Up Front by Emma Hart


Also, The Rain Isn't Gone

Nobody's ever offered me the choice of cleaning the back seat of a Holden Kingswood with my tongue or going to the optometrist, but if they did I'd have to think about it. My deep-seated fear of optometry is a hang-over from childhood, when the eye test filled me with dread, the only test I could walk into knowing I was going to fail. The only thing that scared me more was going to the dentist.

As an adult, having grown and supposedly hardened up, I’ve tried to find ways to deal with those ridiculous fears. Combating the dentist-fear was easy: I just don't go. If I want to pay someone to cause me pain, there are much more interesting ways. The optometrist is a little more problematic, given that I need to see.

I know it's dumb. It's not like having my eyes tested hurts or anything, I just really hate it. As a kid, I cheated on the test. Here's a tip: if you want to assess a kid using one eye chart, don’t sit them in that room with the eye chart before the exam. For years I could recite the two standard charts (the one that starts with the big E, and the one that starts with the big A) off by heart.

And yes, I know it's an assessment and cheating at it is totally pointless. In my defence, they did punish me for failing. Optometry in the seventies was a disaster. I remember being offered the full choice of girls' frames when I was six: brown tortoise-shell, or pink tortoise-shell. I looked like a complete dork.

The normal bother and anxiety with testing was slightly aggravated this time, I have to admit. I had this sneaking suspicion that something wasn't quite right. For a couple of months now, my right eye has been giving me problems. It's not so much not being able to focus. It’s more as though that one eye is displaying the world 800 by 600, while the other eye is doing 1024 by 768. I find myself reading recto pages with my verso eye.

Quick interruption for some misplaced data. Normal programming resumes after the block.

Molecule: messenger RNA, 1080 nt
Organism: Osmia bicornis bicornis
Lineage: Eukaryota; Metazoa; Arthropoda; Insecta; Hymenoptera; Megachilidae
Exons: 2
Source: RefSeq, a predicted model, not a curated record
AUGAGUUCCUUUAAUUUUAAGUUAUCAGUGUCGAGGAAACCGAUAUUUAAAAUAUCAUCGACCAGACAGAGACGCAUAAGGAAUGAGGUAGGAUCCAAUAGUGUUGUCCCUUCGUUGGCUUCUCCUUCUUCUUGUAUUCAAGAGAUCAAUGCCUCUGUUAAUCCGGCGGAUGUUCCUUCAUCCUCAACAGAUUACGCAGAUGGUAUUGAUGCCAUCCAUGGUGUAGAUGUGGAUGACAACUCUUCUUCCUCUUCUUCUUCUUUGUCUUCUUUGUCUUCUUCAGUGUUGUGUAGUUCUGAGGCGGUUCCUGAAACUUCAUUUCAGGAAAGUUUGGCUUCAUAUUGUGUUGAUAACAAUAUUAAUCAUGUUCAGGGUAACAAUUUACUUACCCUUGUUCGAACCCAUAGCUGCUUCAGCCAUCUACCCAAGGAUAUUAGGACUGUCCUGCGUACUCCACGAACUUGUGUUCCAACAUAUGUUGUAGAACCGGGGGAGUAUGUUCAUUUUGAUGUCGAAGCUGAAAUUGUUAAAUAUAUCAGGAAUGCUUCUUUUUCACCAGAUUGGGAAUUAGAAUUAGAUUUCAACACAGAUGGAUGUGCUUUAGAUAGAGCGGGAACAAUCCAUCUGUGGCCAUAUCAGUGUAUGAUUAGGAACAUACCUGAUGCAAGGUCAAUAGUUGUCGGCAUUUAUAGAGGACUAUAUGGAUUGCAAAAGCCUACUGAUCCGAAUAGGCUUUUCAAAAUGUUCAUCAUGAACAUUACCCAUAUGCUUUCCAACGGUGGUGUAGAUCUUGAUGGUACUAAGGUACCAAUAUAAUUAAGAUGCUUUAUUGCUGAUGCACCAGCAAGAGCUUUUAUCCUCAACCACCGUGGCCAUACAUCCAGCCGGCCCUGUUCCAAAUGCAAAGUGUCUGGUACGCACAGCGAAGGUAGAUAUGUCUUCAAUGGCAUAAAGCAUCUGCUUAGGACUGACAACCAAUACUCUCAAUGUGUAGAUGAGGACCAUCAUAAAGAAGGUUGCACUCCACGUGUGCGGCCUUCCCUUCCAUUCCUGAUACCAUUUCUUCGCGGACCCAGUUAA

Eye exams are still a drag. For a start they involve taking off my glasses, something that makes me feel more naked and vulnerable than actually being naked and vulnerable. And they involve lots of conversations that go like this:

Clearer on the green or the red?


Clearer on the green or the red?


Clearer on the green or the red?



There must be other applications for optometric testing. "Alright, now I’m going to apply a Keynesian filter to your economy. Does that make it better… or worse? Better… or worse?"

By the time I'd been in the chair for an hour and a half, I had a splitting headache and I had no idea any more if it was better or worse or destroying Tokyo. At that point if you'd have suggested trying on a poll tax I'd have given it a go. It wasn't helping that the optometrist kept looking puzzled, hmming, trying things again and then writing furiously.

It turns out there's nothing wrong with my right eye. It's perfectly healthy. It just doesn't see. There's been a large deterioration in my sight in just that one eye in the last few months, and they want me back in another month to see if it's still getting worse. Once again, I am the type of interesting medical specimen that makes health professionals say 'hey, come and have a look at this!'.

When I was a kid, I used to walk around the house with my eyes closed, practicing for when I went blind. My mum once found me walking straight at a brick wall blindfolded, testing the theory that pressure on my pineal gland would tell me where the wall was. There are very few things I enjoy doing that aren’t sight-dependent. I'd really rather be deaf than blind, except for occasional moments when I'm, say, listening to Aretha Franklin sing.

Having spent thirty years preparing myself somehow hasn't made increasing my font sizes and wearing the kind of glasses that could stop bullets any easier. I can touch-type with frightening efficiency, though, so I’ll still be able to write, just not to read what anyone else says. I think that means I qualify for a Herald column. I'll let you all know when I start interviewing for an amanuensis. The first thing she can do is go to my optometry appointments for me.

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